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Washington State News

WADDL Plays Important Summer Role Screening Fish for Emerging Diseases

By Devin Rokyta, College of Veterinary Medicine

A federally funded project at Washington State University’s College of Veterinary Medicine could be a valuable tool in detecting any new viruses that may emerge and threaten important and at-risk aquatic species like salmon.

Throughout the spring and summer months, the college’s Washington Animal Disease Diagnostic Laboratory plays an important role in screening and diagnosing marine and freshwater fish, including during salmon runs on Northwest waterways. Most diseases detected are among those already classified, but the funding has allowed for the establishment of a testing “pipeline” designed to rapidly detect new and emerging diseases that could pose a threat to human and animal populations.

Spearheaded by veterinary pathologist Chrissy Eckstrand, the pipeline – which uses metagenomics and other advanced techniques – has in just the past year led to the detection of a handful of new viruses, including one associated with a potentially fatal disease in farmed coho salmon and a second that is devastating superworm colonies, which are a common food source for birds, reptiles and amphibians in zoos and private collections.

“We have demonstrated our methods work for samples with unknown infections, and now we have more confidence this can be used in real-world disease investigations,” Eckstrand said. 

Metagenomics allows entire communities of microorganisms – including viruses – to be studied at the genomic level directly from a single sample, whereas traditional sequencing reads the genetic code of just one targeted organism at a time. The method allows for discovery of viruses by casting a wider net than traditional targeted techniques. 

“Metagenomics is not widely used or even available as a diagnostic test by veterinary diagnostic labs,” Eckstrand said, “but its use and other next-generation sequencing modalities are growing and can allow us to perform this work much more rapidly.”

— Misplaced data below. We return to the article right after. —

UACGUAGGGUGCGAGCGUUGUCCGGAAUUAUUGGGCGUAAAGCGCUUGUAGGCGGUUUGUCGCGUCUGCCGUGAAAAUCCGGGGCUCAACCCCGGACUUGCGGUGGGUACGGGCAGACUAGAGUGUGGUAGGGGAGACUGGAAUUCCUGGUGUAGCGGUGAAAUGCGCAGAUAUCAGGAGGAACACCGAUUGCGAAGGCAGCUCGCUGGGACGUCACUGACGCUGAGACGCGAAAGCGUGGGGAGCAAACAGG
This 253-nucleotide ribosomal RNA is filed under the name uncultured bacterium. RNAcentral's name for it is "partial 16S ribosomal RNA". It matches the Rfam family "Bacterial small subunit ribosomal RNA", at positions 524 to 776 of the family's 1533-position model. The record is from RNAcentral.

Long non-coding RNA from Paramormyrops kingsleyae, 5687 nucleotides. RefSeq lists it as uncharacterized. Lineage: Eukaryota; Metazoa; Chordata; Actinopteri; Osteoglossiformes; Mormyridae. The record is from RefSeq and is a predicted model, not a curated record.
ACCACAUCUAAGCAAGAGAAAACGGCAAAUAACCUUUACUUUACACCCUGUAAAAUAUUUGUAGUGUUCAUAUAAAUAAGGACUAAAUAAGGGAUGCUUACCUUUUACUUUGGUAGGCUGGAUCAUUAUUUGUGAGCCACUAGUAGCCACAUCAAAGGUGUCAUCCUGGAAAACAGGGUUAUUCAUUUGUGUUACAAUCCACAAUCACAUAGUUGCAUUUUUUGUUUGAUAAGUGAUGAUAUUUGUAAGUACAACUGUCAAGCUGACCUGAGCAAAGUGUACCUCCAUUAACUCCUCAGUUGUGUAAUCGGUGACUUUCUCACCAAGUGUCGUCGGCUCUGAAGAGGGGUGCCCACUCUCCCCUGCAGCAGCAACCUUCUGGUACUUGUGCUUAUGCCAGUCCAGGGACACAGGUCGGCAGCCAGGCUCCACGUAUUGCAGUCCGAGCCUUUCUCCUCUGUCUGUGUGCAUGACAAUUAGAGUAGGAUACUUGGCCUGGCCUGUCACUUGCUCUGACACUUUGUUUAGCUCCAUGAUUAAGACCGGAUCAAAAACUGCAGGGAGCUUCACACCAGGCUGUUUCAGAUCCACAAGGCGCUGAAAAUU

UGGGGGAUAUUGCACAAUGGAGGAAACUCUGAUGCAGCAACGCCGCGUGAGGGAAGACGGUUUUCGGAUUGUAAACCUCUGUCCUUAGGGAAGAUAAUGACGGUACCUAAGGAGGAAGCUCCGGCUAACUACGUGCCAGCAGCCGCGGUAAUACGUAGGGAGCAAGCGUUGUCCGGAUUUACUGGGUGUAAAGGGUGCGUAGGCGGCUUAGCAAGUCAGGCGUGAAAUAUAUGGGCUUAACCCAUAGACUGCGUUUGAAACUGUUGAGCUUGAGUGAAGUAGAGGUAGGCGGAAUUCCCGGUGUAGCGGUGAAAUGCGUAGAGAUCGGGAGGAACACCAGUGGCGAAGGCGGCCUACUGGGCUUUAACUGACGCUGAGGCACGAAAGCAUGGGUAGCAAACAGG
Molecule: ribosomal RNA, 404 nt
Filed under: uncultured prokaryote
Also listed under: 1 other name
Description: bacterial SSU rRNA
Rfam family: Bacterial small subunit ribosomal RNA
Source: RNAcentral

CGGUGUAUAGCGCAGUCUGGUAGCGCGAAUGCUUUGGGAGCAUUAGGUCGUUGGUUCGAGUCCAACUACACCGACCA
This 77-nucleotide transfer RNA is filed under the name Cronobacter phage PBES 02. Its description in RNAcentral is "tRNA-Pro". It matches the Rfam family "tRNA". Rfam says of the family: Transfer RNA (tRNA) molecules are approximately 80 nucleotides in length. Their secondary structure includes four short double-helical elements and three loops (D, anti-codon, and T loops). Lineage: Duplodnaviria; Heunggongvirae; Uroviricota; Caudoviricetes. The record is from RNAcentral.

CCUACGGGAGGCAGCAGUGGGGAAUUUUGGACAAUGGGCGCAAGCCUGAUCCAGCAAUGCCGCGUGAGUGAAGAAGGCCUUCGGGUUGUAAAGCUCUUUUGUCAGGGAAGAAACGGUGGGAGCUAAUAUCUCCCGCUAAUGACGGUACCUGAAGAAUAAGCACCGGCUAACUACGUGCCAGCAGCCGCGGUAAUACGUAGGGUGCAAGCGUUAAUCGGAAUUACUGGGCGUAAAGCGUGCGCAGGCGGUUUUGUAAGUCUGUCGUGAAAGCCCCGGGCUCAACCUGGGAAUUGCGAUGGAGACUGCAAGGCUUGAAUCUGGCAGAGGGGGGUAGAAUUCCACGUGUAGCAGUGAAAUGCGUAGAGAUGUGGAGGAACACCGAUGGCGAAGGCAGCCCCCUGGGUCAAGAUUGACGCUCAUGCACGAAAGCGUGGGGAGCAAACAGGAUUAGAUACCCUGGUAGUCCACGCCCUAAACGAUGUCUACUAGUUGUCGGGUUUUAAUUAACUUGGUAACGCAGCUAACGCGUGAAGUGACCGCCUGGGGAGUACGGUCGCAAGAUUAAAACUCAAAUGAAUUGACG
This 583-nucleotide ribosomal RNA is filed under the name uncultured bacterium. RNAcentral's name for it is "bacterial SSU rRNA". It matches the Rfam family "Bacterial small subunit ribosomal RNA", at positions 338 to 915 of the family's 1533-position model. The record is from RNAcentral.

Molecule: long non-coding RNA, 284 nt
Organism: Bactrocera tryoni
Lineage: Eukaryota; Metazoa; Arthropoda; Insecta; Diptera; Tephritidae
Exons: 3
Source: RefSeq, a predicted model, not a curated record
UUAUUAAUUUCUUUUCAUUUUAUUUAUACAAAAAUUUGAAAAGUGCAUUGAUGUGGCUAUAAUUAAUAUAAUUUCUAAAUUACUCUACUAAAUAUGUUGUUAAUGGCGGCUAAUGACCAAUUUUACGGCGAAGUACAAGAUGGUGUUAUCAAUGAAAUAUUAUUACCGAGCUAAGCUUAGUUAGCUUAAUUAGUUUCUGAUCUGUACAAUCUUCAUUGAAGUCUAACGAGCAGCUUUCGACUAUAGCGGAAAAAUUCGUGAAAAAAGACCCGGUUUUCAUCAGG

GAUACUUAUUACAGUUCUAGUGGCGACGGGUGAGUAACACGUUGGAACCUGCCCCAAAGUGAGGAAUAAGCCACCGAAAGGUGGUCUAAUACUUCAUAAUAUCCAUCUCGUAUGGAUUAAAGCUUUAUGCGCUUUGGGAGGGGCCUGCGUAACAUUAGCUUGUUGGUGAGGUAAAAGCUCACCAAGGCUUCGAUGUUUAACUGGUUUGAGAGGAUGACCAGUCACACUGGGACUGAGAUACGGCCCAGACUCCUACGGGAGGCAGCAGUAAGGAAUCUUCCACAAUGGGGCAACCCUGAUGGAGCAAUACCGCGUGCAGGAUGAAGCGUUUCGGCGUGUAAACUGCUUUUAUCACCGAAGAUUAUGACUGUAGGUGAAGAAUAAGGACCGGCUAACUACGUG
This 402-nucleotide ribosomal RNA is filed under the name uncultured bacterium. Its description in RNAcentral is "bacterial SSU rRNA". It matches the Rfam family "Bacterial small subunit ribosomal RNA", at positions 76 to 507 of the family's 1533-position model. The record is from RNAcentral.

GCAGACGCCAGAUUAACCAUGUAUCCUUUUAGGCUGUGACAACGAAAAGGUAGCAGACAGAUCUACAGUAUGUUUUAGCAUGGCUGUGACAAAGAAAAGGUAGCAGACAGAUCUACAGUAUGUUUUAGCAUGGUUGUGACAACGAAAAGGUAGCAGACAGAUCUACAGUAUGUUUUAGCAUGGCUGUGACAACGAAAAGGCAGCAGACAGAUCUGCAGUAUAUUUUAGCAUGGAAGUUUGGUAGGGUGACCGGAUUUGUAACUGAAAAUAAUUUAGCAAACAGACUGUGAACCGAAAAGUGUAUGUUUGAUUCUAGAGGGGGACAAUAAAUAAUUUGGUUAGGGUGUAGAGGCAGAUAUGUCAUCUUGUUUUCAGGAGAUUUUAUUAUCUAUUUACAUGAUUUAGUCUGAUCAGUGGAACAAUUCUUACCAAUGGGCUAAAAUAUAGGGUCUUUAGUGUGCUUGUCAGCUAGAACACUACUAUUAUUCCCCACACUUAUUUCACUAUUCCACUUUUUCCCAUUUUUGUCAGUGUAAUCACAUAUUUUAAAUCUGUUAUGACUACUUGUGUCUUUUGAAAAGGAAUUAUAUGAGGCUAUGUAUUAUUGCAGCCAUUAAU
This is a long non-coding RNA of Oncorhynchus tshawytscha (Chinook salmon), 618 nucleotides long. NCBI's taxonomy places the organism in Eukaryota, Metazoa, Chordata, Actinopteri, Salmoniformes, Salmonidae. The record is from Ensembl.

Eckstrand initially received funding in 2019 from the USDA to start up the project at WADDL, which serves as a member of the United States Department of Agriculture’s National Animal Health Laboratory Network (NAHLN), a group of animal disease diagnostic laboratories that provide animal disease surveillance and help respond to outbreaks. Early efforts focused on developing the pipeline, or infrastructure and processes. She was awarded a second grant in 2022 totaling $350,000 to improve the methods and make them more cost-effective and deployable in real-world situations.

“The first grant allowed us to develop the capability, and we demonstrated that it worked the way we wanted it to,” Eckstrand said. “The more recent grant has allowed us to troubleshoot all the parts to make it rapidly deployable for disease detection.” 

In the case of the diseased fish, pathologists at WADDL initially suspected the coho salmon were infected with piscine reovirus-1, a virus commonly seen in farmed salmon. Referred to as PRV-1, the virus is associated with heart and skeletal muscle inflammation, or HSMI, which can be fatal to fish. 

“One of our lead pathologists looked at the case and said this looks like it should PRV-1, but our usual tests were coming up negative for the virus,” Eckstrand said. 

Samples were forwarded to WADDL’s research lab, and using the processes put in place, the team identified a new virus related to PRV-1 that they were able to associate with the disease shown in the fish. 

“From that, we can now develop a PCR test for quick and easy diagnosis if we see the same thing and we don’t have to go through the entire process,” Eckstrand said. 

Her team also detected a new densovirus after receiving samples of superworms from colonies that were experiencing high morbidity and mortality. Densoviruses infect insects and can cause serious disease in their hosts. Their findings were presented at the American College of Veterinary Pathologists annual conference in November. 

“Superworms are a massive food source for a lot of different animals, so the loss of colonies can be catastrophic for the industry and those who rely upon them to feed their animals,” Eckstrand said.